The aim of the "imperialists,"
he said, is to weaken "the na-
tional liberation movements of
the Arab peoples."
Israeli Ambassador Gideon Ra-
fael, declared that the Soviet
Union bore a heavy responsibility
for the Middle East situation. He
said the Arab formula that
emerged from the Summit con-
ferences in Khartoum "of no
peace, no negotiation and no rec-
ognition of Israelscannot lead to
any constructive solution."
GM Announces Price Hikes;
Blames Material, Labor Costs
DETROIT (P--General Motors The GM average was $23 less
Corp announced yesterday its than the $133 average boost an-
1968 model automobiles will carry nounced by Chrysler for 1968
a suggested list price averaging models last week. Chrysler esti-
$110 more than 1967 cars and left mated its hike at 4.6 per cent.
the way open for possible further The price differences immedi-
increase if the United Auto Work- ately raised speculations as to
ers. now striking Ford Motor Co..: whether Chrysler. the No. 3 auto-
win a sizeable pay boost from the maker, might cut back as it did
industry, when GM came in below compe-
GM said its suggested list price titors on 1967 models.
increase averaging 3.6 per cent is Ford, which also rolled back to
based on "current materials prices meet GM prices on 1967 models,
and payroll costs," and a spokes- will put its 1968 models on display
man added "it is too early to de- Friday and is expected to an-
termine whether we can consider nounce prices for them tomorrow
our prices final for the 1968 model or Thursday.
year." American Motors, smallest of the
Black Militants Arrested
As N.Y. Strike Continues
VIET SOLDIER STANDSGUR
A South Vietnamese policemen warns two Viet Cong to keep their heads down and arms outstretched.
The two were flushed from a spider hole under a thatched hlut near Bong Son in South Vietnam's
coastal plains. A third Viet Cong was killed by the attacking government forces.
Claim Johnson Administration
Canceled Hanoi Peace Probe'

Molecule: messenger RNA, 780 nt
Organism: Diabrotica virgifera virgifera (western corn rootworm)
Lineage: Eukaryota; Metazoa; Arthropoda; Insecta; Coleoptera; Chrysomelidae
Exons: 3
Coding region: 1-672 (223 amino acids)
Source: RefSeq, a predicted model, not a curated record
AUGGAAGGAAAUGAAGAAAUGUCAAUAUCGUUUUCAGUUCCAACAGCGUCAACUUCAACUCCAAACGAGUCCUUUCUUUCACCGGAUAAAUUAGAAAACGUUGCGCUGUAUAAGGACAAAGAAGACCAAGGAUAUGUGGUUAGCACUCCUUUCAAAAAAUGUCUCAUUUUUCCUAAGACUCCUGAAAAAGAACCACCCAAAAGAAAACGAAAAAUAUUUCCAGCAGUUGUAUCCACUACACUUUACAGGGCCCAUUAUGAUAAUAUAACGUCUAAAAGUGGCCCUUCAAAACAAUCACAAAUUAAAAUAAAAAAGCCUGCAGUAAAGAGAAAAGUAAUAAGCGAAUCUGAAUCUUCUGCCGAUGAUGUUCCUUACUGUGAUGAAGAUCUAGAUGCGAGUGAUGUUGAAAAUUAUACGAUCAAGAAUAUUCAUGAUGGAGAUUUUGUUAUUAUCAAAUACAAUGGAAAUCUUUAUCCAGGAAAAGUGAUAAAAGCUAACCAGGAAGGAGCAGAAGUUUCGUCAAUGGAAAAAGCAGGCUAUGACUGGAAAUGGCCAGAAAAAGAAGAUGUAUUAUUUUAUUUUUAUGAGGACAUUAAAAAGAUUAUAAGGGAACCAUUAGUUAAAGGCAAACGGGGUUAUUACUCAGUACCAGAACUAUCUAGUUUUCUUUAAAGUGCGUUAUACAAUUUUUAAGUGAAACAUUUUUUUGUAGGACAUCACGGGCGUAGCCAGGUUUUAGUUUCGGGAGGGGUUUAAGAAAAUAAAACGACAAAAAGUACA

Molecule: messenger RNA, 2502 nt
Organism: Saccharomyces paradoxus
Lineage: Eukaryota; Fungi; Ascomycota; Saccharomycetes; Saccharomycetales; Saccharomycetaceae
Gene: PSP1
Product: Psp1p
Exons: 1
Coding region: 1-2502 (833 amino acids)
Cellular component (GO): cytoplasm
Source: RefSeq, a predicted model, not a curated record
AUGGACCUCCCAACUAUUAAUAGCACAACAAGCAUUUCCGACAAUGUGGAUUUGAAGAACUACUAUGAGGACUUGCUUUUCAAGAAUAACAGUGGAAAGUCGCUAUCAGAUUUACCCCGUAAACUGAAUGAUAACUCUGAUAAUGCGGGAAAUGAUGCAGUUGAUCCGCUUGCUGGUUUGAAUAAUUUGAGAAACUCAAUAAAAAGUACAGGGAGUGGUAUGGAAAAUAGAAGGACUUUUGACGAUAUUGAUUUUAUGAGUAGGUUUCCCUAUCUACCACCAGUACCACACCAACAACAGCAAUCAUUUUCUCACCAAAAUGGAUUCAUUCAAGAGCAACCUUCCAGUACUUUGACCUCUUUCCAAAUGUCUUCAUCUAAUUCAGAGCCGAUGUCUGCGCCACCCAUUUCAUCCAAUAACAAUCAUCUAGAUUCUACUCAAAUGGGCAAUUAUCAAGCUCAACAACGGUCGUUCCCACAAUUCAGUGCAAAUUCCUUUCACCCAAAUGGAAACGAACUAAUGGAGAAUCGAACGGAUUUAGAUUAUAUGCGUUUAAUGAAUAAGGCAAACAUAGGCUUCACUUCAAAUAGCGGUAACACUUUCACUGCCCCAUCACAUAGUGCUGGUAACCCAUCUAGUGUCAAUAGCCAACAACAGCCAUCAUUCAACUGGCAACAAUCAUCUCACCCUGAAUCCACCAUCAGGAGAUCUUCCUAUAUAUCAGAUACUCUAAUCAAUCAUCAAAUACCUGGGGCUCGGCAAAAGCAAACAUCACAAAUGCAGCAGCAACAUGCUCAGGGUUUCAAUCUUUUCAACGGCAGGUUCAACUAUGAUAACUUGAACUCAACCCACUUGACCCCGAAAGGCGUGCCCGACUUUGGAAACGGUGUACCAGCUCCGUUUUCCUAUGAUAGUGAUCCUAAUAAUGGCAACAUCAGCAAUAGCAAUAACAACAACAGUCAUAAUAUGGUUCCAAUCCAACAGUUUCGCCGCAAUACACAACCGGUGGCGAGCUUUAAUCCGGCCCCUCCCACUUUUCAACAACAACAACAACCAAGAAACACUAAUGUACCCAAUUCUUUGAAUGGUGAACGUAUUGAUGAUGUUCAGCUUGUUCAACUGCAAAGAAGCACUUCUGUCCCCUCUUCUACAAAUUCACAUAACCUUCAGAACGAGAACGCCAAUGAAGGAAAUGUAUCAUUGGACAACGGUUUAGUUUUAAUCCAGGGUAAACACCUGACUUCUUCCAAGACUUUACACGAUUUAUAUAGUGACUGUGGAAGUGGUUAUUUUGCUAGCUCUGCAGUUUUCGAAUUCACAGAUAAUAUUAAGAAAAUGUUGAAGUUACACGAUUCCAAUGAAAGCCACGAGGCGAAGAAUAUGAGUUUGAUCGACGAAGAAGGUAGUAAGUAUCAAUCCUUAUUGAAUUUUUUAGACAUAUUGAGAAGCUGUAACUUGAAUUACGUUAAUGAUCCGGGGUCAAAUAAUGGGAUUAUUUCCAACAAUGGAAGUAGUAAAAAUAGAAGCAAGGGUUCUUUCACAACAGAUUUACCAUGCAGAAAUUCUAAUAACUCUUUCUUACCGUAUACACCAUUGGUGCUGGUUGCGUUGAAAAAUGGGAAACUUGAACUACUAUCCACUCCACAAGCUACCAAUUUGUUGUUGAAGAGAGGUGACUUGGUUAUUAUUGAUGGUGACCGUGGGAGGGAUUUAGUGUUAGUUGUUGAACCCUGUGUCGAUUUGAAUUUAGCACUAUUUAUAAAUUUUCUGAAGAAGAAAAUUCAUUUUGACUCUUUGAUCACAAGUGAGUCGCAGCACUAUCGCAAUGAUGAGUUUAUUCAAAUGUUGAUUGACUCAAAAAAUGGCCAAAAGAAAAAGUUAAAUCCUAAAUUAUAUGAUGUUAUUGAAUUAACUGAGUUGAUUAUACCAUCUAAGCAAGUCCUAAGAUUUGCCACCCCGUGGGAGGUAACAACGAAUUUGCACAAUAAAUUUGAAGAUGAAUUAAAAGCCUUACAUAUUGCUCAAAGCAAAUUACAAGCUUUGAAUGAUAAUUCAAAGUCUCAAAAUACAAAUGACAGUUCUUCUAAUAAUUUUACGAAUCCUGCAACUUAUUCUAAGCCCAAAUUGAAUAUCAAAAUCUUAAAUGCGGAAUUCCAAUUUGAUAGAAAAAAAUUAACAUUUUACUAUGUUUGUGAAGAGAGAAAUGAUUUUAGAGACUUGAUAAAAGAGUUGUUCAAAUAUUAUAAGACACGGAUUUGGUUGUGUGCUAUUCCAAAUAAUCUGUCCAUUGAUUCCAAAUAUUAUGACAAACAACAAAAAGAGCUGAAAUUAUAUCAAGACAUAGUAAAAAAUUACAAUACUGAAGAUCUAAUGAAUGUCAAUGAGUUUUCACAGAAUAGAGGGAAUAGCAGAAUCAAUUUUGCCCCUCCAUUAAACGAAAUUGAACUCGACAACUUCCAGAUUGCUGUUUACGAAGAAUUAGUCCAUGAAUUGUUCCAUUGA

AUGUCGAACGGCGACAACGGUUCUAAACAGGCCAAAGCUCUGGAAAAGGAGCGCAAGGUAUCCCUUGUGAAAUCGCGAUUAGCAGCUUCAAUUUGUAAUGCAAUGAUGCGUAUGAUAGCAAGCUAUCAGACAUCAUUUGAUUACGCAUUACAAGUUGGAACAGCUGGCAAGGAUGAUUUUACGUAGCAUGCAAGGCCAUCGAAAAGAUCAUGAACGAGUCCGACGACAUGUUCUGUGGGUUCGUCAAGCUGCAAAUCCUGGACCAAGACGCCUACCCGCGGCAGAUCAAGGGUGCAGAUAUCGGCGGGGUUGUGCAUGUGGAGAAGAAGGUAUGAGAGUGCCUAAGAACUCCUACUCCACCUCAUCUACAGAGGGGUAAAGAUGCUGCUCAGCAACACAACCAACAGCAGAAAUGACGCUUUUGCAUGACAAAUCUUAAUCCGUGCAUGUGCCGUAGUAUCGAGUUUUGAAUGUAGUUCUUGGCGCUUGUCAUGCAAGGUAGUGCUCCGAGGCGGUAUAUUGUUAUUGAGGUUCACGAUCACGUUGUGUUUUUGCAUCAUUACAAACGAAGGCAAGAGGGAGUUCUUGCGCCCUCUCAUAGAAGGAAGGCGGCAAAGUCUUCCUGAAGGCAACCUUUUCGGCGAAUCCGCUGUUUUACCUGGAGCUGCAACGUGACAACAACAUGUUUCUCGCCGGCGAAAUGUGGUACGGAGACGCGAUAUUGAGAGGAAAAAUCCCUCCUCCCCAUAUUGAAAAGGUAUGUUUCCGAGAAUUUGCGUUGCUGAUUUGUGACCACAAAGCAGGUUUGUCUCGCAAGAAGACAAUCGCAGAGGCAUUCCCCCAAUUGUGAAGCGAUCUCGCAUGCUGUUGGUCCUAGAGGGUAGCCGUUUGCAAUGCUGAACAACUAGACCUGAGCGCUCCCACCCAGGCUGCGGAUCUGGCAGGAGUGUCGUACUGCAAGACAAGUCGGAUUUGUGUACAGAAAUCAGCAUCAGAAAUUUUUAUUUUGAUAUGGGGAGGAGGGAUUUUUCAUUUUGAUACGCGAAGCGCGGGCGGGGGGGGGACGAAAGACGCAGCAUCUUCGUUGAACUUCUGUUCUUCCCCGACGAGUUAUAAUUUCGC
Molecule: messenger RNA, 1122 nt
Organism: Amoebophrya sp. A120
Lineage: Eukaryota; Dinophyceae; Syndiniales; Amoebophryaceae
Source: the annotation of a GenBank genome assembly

NEW YORK (R)-Thirteen Ne-
gro militants were arrested while
demanding a voice in negotiations
yesterday as a New York City
teachers' 'strike continued for a
second week to cripple the 1.1
million-pupil public school sys-
In a melee at Board of Educa-
tion headquarters in Brooklyn,
where the arrests occurred, a po-
liceman and a television camera-
man were assaulted and a woman
demonstrator told another police-
man: "Put down that gun and
billy, you fat pig, and I'll take
you on. I'll show you some black
Another Negro group invaded
the Manhattan headquarters of
the striking 49,000-member AFL-
CIO United Federation of Teach-
ers, seeking an interview with its
president, Albert Shanker. In Har-
lem, a threatened take over by
parents at an elementary school
failed to materialize.
Sunday with Mayor John V. Lind-
say was adjourned for a few hours
so negotiators could get some
An all-night bargaining session
UFT Attorney Ernest Fleisch-
man said, "The issues have been
However, Shanker said he saw
no immediate truce in sight and
declared: "City Hall and the
Board of Education are still pretty
Shanker and two other top UFT
officials were due in court. today
for trial on criminal contempt
charges, which grew out of their
refusal to bow to a court order
and end the strike.
Conviction could mean a fine of
$10,000 a day for the union and
jail for the union leaders.
School Supt. Bernard Donovan
told his staff over the school
radio system: "We hope this will
come to a conclusion rapidly. To-
night we're meeting with more
hope than we've had for many a
day. I trust that tonight's nego-
tiations will be fruitful."
The strike for higher wages and
tighter classroom controls began
on the scheduled opening day of
school, Sept. 11 and involved
more than 40,000 teachers in the
city's 900 public schools. Attend-
ance fell to less than 350,000 chil-
dren, and few of these received
any formal classroom instructions.
four major U.S. automakers, has
sent dealers tentative prices for
new models with increases ranging
from $59 to $157 on many of the
It is expected, however, that
when AMC announces final prices
early next week, they .will show
some adjustment over the tenta-
tive list sent to dealers. AMC cars
go on sale Sept. 26.
The Unted Auto Workers Union
struck Ford on Sept. 7 in support
of what the UAW says is its "long-
est and most ambitious list" of
wage and fringe demands in his-
GM, Ford and Chrysler made
practically identical new contract
offers Aug. 29.
They would have provided an
an immediate 13-cent hourly in-
crease and 2.8 per cent raises in
the second and third years, but
would have cut back on cost-of-
living allowances and other con-
tract features with which the
union has said there can be "ab-
solutely no tampering."
The union rejected the parallel
offers as "totally inadequate in
view of the industry's fantastic
profits," and called out its 160,000
members employed in Ford plants
across the country.
"The labor settlement will, of
course, be reviewed very colsely in
terms of the affect it will have on